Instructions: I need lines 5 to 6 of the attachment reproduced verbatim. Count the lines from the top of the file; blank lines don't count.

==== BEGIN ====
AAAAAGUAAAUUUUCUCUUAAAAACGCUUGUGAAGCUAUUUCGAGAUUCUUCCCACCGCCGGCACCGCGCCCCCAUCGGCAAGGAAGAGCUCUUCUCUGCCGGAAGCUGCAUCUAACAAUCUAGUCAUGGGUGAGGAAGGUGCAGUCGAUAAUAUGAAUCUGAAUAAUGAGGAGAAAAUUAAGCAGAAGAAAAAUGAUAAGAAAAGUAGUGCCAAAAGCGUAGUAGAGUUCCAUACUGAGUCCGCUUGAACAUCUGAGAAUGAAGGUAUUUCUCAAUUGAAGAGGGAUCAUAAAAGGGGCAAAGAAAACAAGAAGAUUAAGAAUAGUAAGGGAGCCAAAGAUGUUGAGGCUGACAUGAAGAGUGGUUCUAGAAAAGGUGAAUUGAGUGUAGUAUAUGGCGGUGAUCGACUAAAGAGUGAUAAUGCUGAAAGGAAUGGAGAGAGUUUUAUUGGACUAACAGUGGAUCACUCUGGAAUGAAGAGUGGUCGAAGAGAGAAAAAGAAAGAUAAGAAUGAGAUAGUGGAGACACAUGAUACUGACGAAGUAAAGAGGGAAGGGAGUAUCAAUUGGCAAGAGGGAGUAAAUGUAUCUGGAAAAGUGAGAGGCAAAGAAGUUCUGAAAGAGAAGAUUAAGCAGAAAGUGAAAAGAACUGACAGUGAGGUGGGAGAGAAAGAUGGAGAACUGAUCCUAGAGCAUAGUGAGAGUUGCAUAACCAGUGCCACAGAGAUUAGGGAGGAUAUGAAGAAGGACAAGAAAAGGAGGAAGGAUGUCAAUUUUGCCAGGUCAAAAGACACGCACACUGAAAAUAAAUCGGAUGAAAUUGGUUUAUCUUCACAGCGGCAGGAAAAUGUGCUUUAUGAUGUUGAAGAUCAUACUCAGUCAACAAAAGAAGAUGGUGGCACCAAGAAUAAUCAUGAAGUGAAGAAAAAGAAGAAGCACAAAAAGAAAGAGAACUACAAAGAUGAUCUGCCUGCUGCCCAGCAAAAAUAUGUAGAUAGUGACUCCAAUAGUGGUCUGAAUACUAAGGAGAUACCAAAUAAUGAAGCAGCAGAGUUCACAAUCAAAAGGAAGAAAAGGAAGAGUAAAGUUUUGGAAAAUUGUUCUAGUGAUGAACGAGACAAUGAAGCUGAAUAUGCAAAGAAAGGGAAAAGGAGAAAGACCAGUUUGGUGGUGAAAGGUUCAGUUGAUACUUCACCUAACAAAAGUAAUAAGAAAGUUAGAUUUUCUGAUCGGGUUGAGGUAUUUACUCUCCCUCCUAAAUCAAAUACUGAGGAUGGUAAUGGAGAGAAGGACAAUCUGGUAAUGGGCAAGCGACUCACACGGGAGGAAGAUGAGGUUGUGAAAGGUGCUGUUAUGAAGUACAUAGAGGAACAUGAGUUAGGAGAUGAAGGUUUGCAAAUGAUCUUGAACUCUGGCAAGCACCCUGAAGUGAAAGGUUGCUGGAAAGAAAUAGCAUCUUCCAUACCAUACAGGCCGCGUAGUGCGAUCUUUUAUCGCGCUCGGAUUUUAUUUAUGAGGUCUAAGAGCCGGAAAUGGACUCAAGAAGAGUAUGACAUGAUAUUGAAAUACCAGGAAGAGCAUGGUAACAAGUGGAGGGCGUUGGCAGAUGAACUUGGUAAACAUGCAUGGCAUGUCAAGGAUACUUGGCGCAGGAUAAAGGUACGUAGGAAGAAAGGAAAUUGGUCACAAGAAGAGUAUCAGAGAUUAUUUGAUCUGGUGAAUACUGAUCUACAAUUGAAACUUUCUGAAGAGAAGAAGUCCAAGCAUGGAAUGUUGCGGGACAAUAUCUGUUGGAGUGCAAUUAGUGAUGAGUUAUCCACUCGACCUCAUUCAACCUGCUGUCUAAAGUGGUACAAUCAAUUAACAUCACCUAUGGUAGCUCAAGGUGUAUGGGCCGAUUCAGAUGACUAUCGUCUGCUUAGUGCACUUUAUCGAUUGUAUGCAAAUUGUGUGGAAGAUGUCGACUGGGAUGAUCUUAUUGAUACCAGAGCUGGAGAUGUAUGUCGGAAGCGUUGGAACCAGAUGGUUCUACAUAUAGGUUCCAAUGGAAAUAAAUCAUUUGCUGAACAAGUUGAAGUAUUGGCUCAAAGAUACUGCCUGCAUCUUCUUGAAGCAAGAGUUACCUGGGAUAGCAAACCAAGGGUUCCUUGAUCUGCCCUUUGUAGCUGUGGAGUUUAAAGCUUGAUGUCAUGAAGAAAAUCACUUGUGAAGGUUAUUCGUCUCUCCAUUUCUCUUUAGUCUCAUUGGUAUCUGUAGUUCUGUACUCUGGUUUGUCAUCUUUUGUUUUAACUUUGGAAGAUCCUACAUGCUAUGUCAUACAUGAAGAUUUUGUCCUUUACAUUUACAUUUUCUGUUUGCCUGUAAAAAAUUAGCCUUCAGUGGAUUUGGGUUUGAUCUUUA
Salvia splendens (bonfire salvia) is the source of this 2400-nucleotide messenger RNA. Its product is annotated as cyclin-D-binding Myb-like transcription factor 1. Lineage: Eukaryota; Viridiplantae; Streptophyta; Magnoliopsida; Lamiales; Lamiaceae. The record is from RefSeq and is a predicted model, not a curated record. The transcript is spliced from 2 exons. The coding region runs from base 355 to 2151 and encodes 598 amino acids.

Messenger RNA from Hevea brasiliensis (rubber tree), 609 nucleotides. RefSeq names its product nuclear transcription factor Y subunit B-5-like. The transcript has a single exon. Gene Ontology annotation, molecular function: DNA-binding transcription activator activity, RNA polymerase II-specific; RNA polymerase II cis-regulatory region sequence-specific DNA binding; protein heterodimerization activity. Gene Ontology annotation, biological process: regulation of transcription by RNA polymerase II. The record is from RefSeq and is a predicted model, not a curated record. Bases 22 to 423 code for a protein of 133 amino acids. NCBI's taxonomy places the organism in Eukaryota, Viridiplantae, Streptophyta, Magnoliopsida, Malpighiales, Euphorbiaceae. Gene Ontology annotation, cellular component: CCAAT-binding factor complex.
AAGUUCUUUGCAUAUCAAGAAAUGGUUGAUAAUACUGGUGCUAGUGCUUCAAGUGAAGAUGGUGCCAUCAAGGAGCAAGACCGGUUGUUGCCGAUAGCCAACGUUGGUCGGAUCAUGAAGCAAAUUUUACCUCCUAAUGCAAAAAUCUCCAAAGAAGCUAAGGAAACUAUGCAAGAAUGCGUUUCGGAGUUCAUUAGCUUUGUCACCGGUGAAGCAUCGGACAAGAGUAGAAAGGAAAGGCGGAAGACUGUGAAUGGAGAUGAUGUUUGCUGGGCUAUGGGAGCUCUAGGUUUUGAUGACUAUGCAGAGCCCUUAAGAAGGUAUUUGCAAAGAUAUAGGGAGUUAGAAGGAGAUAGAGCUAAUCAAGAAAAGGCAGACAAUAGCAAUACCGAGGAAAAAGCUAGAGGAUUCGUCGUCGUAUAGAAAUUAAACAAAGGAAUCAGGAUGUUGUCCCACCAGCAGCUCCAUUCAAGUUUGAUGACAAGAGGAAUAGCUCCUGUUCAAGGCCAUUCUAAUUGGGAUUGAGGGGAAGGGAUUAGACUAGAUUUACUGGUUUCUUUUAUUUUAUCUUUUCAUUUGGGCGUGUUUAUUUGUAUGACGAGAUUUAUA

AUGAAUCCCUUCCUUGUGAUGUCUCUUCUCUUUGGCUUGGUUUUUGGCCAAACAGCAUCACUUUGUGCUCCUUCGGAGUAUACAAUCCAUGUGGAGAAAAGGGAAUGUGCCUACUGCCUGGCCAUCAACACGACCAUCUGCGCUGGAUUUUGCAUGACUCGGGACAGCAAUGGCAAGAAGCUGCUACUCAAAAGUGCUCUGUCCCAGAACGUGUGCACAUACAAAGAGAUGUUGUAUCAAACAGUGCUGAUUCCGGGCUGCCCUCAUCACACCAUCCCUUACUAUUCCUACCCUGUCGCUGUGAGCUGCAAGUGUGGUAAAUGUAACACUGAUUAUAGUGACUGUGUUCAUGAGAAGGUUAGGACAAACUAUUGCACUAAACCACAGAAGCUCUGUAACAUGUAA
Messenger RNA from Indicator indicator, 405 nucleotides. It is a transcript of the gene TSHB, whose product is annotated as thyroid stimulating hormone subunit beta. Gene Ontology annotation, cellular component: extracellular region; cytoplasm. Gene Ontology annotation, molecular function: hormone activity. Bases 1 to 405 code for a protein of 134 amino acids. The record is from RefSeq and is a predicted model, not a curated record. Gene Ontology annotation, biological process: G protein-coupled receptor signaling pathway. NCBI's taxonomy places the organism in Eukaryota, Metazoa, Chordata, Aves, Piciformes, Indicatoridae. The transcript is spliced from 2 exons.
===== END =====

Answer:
AUGAAUCCCUUCCUUGUGAUGUCUCUUCUCUUUGGCUUGGUUUUUGGCCAAACAGCAUCACUUUGUGCUCCUUCGGAGUAUACAAUCCAUGUGGAGAAAAGGGAAUGUGCCUACUGCCUGGCCAUCAACACGACCAUCUGCGCUGGAUUUUGCAUGACUCGGGACAGCAAUGGCAAGAAGCUGCUACUCAAAAGUGCUCUGUCCCAGAACGUGUGCACAUACAAAGAGAUGUUGUAUCAAACAGUGCUGAUUCCGGGCUGCCCUCAUCACACCAUCCCUUACUAUUCCUACCCUGUCGCUGUGAGCUGCAAGUGUGGUAAAUGUAACACUGAUUAUAGUGACUGUGUUCAUGAGAAGGUUAGGACAAACUAUUGCACUAAACCACAGAAGCUCUGUAACAUGUAA
Messenger RNA from Indicator indicator, 405 nucleotides. It is a transcript of the gene TSHB, whose product is annotated as thyroid stimulating hormone subunit beta. Gene Ontology annotation, cellular component: extracellular region; cytoplasm. Gene Ontology annotation, molecular function: hormone activity. Bases 1 to 405 code for a protein of 134 amino acids. The record is from RefSeq and is a predicted model, not a curated record. Gene Ontology annotation, biological process: G protein-coupled receptor signaling pathway. NCBI's taxonomy places the organism in Eukaryota, Metazoa, Chordata, Aves, Piciformes, Indicatoridae. The transcript is spliced from 2 exons.